If you are a new startup entrepreneur, approaching a panel of venture capitalists will be one of the most pivotal moments in your career. The outcome of that experience largely depends on the preparation you have invested in your approach.
Recently, my business ventures took me to Texas, where I met with a successful investor. ?It was similar to my previous experiences except for one thing?there was no pressure. No posturing. No hardcore grilling. No suit coat. The exchange between us was completely relaxed, because he could see that I was well prepared and seasoned in the industry. I took the opportunity to ask him about investing, and his answers were insightful. Here are 3 things he knows that most entrepreneurs don?t.
1. They may not want to be on your board.
A common approach with investors includes an offer to sit on the board of your startup. In many cases, this is a great marketing tool. But for many investors, these various roles begin to add up. I met a longtime investor who sat on twenty-two boards.
?Most of the people you want to ask are busy,? wrote entrepreneur and venture capitalist, Mark Suster. ?When they?re first approached, it sounds exciting to be involved with a startup, and if they?re offered free shares ? why not? ?If it takes you a while to get going, don?t be surprised if you don?t get the attention you want despite their best intentions. ?Frankly, they don?t have enough skin in the game to warrant the time and energy.?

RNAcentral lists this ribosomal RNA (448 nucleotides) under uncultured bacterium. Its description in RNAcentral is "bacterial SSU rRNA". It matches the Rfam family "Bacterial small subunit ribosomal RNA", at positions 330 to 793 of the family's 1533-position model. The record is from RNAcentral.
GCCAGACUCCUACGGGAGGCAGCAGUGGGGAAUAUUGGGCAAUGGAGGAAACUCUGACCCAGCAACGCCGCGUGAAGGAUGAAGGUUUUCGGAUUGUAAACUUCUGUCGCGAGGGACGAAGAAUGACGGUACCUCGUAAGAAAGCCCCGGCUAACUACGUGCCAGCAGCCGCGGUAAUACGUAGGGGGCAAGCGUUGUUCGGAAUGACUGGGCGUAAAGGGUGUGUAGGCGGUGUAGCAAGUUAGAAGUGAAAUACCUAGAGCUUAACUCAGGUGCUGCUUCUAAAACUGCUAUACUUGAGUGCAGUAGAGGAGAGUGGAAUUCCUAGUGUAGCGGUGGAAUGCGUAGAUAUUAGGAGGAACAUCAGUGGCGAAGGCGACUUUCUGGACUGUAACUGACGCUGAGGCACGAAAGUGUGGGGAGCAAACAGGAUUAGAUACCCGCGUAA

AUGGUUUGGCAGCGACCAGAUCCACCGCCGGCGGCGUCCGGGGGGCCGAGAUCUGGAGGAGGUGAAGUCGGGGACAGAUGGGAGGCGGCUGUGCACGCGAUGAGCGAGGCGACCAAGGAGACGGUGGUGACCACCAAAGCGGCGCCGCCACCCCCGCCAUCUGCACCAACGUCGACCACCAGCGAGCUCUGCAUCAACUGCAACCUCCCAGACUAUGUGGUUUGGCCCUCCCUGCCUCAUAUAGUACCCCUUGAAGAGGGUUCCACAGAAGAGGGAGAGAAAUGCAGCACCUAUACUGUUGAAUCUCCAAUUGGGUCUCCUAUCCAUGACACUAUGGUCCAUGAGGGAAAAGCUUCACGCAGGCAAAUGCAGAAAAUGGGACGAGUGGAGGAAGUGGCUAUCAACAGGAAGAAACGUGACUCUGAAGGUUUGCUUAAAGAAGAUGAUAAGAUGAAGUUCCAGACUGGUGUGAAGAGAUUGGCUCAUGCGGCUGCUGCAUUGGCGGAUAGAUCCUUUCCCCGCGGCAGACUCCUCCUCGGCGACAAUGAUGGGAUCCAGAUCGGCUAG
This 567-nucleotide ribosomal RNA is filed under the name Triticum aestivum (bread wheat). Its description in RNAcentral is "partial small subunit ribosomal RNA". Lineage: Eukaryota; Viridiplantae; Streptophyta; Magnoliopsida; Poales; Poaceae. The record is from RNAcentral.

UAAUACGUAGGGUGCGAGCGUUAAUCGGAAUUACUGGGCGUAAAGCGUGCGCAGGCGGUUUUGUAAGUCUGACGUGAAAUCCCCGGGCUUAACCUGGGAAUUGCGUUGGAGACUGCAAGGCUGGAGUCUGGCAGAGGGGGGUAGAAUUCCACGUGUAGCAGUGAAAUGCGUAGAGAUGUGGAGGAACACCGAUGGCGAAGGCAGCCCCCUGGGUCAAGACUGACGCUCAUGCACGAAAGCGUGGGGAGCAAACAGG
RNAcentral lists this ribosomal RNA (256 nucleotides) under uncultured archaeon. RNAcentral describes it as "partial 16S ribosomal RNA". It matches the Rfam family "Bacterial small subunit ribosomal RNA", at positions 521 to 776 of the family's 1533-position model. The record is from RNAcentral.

If the response to your pitch is flat, it may not be the idea but the responsibilities attached to the idea. When preparing your pitch to investors, consider asking the panel how many boards they currently sit. The one with the least amount may be the most receptive.
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